Eye on Nature: Your notes and queries for Ethna Viney

Glossy ibises, pied wagtails and scaly leg disease

Trim birds: the pied wagtails that Seán Ó Díomasaigh saw

Trim birds: the pied wagtails that Seán Ó Díomasaigh saw


Outside Durrus, in west Cork, at the beginning of the new year I saw four black birds feeding in a waterlogged field. They had long legs and long curved beaks and looked like a type of ibis.

Eoin Warner,  Bantry, Co Cork

-They could well be glossy ibis vagrants from Europe. There are regular reports of them from the south coast.

Are these swallows in silver birch trees in Trim in the photograph that I’m sending you?

Seán Ó Díomasaigh, Trim, Co Meath

They are a flock of pied wagtails. Pied wagtails used to roost at night in the old trees on O’Connell Street in Dublin before the refurbishment.

The feet and legs of a jackdaw in my garden are light grey and look flaky. The bird is having some trouble walking.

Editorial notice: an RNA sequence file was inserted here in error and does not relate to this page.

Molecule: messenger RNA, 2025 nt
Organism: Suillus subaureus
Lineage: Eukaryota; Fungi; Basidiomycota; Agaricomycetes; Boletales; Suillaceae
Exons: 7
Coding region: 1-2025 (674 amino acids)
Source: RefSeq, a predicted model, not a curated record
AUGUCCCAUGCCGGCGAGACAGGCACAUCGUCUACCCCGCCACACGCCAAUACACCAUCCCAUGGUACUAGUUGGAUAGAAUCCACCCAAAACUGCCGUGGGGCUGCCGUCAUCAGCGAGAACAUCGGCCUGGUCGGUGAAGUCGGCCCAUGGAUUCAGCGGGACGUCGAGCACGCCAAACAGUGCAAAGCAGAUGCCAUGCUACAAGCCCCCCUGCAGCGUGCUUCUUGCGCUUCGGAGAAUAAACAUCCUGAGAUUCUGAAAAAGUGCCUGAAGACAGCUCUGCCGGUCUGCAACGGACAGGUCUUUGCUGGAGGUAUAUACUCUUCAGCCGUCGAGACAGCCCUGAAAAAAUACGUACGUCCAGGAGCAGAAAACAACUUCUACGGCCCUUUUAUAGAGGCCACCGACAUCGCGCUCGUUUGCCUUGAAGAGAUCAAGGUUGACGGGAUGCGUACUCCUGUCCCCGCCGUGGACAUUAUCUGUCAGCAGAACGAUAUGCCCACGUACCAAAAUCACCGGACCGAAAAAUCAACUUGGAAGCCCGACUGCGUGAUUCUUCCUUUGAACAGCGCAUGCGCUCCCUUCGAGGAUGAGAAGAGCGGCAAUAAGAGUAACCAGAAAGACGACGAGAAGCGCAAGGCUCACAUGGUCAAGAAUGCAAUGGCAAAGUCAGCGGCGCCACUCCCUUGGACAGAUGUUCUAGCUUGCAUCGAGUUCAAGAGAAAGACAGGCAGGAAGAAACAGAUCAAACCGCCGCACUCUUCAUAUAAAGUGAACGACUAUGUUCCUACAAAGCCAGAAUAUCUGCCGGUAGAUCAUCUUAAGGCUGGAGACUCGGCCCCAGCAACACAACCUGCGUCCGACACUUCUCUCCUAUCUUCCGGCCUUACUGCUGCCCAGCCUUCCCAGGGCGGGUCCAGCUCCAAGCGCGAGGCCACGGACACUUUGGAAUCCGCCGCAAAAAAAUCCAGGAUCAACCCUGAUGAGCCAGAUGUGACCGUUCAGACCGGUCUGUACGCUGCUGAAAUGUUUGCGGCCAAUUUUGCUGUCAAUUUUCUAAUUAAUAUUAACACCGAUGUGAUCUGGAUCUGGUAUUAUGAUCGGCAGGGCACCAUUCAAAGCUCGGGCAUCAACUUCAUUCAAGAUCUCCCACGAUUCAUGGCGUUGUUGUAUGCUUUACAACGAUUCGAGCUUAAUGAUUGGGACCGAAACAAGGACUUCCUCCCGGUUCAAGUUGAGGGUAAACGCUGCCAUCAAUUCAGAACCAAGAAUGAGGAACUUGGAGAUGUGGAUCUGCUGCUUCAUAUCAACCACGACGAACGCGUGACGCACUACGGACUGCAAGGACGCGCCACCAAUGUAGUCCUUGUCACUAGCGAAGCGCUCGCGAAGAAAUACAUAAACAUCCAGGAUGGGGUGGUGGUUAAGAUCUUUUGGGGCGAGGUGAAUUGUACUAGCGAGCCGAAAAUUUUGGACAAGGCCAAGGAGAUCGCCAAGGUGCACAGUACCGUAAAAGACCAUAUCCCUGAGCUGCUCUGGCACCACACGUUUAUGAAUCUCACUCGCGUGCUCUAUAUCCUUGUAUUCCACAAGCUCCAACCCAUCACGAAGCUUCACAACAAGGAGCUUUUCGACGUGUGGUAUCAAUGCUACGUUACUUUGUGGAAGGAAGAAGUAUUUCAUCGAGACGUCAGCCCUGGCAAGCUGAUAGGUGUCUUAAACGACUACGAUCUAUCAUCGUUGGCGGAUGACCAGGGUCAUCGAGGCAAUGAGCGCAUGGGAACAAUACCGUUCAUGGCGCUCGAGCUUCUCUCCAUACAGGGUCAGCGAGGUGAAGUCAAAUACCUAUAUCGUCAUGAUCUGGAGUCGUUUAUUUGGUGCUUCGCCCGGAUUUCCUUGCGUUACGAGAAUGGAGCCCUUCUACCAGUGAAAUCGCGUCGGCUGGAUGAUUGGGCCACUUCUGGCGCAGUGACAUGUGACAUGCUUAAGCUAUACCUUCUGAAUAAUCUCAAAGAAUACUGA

Stephen Donovan, Rathgar, Dublin

The chaffinches and one rook in my garden have scaly leg. It is awful to see them raising their legs in pain. Can I put anything out to help beat it?

Catherine Thorne, Ballina, Co Tipperary

Scaly leg disease is caused by a parasitic mite that gets under the scales on the legs. It can be treated in chickens and caged birds, but there is little you can do for wild birds, as it is not practical to catch them.

In a variegated holly tree is a pigeon’s nest full of holly berries, some partially eaten. Red squirrels are very rare in the garden, jays less rare.

Fergus Appleby, Bandon, Co Cork

Jays do store food, but other members of the crow family also do so, and more usually, but not always, in the ground.

Ethna Viney welcomes observations at Thallabawn, Louisburgh, Co Mayo, or by email at viney@anu.ie. Please include a postal address